We also found a large portfolio of paintings and pictures our daughter had created in first and second grade. We picked our favorites, purchased frames for them and hung them on our walls in our new home. Several of them are hanging in our RV today. The joy we have seeing these little reminders of a time passed was possible because we identified items which held value to us, and we creatively figure out how to repurpose them.

Downsizing Can Make Organizing Easier

Before we knew we would be moving we purchased a new storage building, I had built shelves and work benches in it and purchased cabinets to hold my tools. I hated the idea of leaving it behind, we found a company who would move it. The cost of moving it to our new home was worth it to us. It was easier for me to downsize my tools because, I knew how much space I had. The organized shed became one of my favorite places in our new home.

It had electricity and a heater, making it comfortable for me to work in it any time of year. There was plenty of room for me to build anything I wanted. This one building contained all of our downsized items from two sheds into a purposeful organized space.

Downsizing our first home took several months, many yard sales and lots of trips to the recycling center. We eliminated extra stuff and chose each item with purpose in mind. The anxiety of this first move was real and the process was tiring, but because we re-purposed many items and prioritized what was important it felt good. There was no sense of loss, just clarity and a lightness.


Jess and I loved our new home it was wonderful, because it gave us more time. We hosted many happy hours, dinner parties, and enjoyed spending time with friends. Then covid happened, Maine had a strict covid policy in the beginning months of the pandemic. I was crushed, we could not go anywhere, restaurants and businesses were closing, it was not safe for people to assemble in groups. The extra time and convenience of living close to the city no longer had any benefit, when we felt like we were under house arrest.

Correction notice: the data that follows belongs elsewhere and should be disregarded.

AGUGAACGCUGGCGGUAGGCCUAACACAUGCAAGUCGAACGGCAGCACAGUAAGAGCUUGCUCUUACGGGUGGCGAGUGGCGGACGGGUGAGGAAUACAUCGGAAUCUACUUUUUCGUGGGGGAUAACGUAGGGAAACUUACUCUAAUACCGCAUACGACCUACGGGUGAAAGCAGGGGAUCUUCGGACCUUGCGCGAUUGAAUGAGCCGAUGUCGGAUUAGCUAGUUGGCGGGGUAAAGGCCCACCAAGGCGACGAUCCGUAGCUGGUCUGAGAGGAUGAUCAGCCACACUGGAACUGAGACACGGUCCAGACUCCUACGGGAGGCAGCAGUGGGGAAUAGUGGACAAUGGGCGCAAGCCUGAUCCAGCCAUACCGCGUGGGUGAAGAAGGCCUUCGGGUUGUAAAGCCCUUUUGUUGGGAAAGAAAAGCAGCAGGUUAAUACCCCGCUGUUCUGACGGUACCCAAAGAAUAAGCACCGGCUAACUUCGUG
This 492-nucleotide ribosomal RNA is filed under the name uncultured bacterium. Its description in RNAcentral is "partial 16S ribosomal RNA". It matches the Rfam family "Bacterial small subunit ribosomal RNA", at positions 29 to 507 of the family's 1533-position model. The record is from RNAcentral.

I didn’t know what to do with all of this time we had worked so hard to get. The only improvement we could make to our new home was an outside living space. That’s what we decided to do! We built patios, a wrap around pool bar, decks, an outdoor kitchen space and new entry to the pool.

We even built the chairs and the fireplace!

Covid took so much from so many even though we were spared any covid hardships, we still felt cheated. Our first grandchild was born and my father passed all without the ability gather in celebration and sorrow. Covid reinforced how precious time is to us. We felt the urgency of living the life we wanted to live, and Maine was not the place we wanted to do it. We had fifty incredible years in the state, but it was time for us to move on and begin exploring.


Housing prices were up and we thought our covid project would help us sell our home quickly and make it affordable for us to move across the country. Jess began applying for jobs in the west and southwest, and before we had any time to change our minds she had a new job in Denver, Colorado. We felt in control again making our own choices for the first time in what felt like years!

Yard sales were easy at our first home, here they were more difficult, a permit was required by the city and only two were allowed per year. We decided the upcoming 3-day Memorial Day weekend would be the perfect time, because it was so important, we even flew my mom to Portland to help us organize and get ready. Our move to Denver was a two thousand mile journey across the country to an unseen 2-bedroom condo type unit, with shared resort style outdoor space.

This downsizing was purely about volume and further pairing down what was important to us. We decided we would bring one trailer of items we needed to Denver, and one trailer of items which we wanted keep to our daughter’s in Minnesota.

We sold everything plants, tools, furniture, sporting equipment even our side-by-side! This downsize was much easier, the sentimental items we had kept would be moving with us, we just needed less stuff. The yard sale was a huge success. In the end we paired our belongings down to the two trailers, and made more than enough money to cover the cost of our move, including furnishing our new apartment in Denver.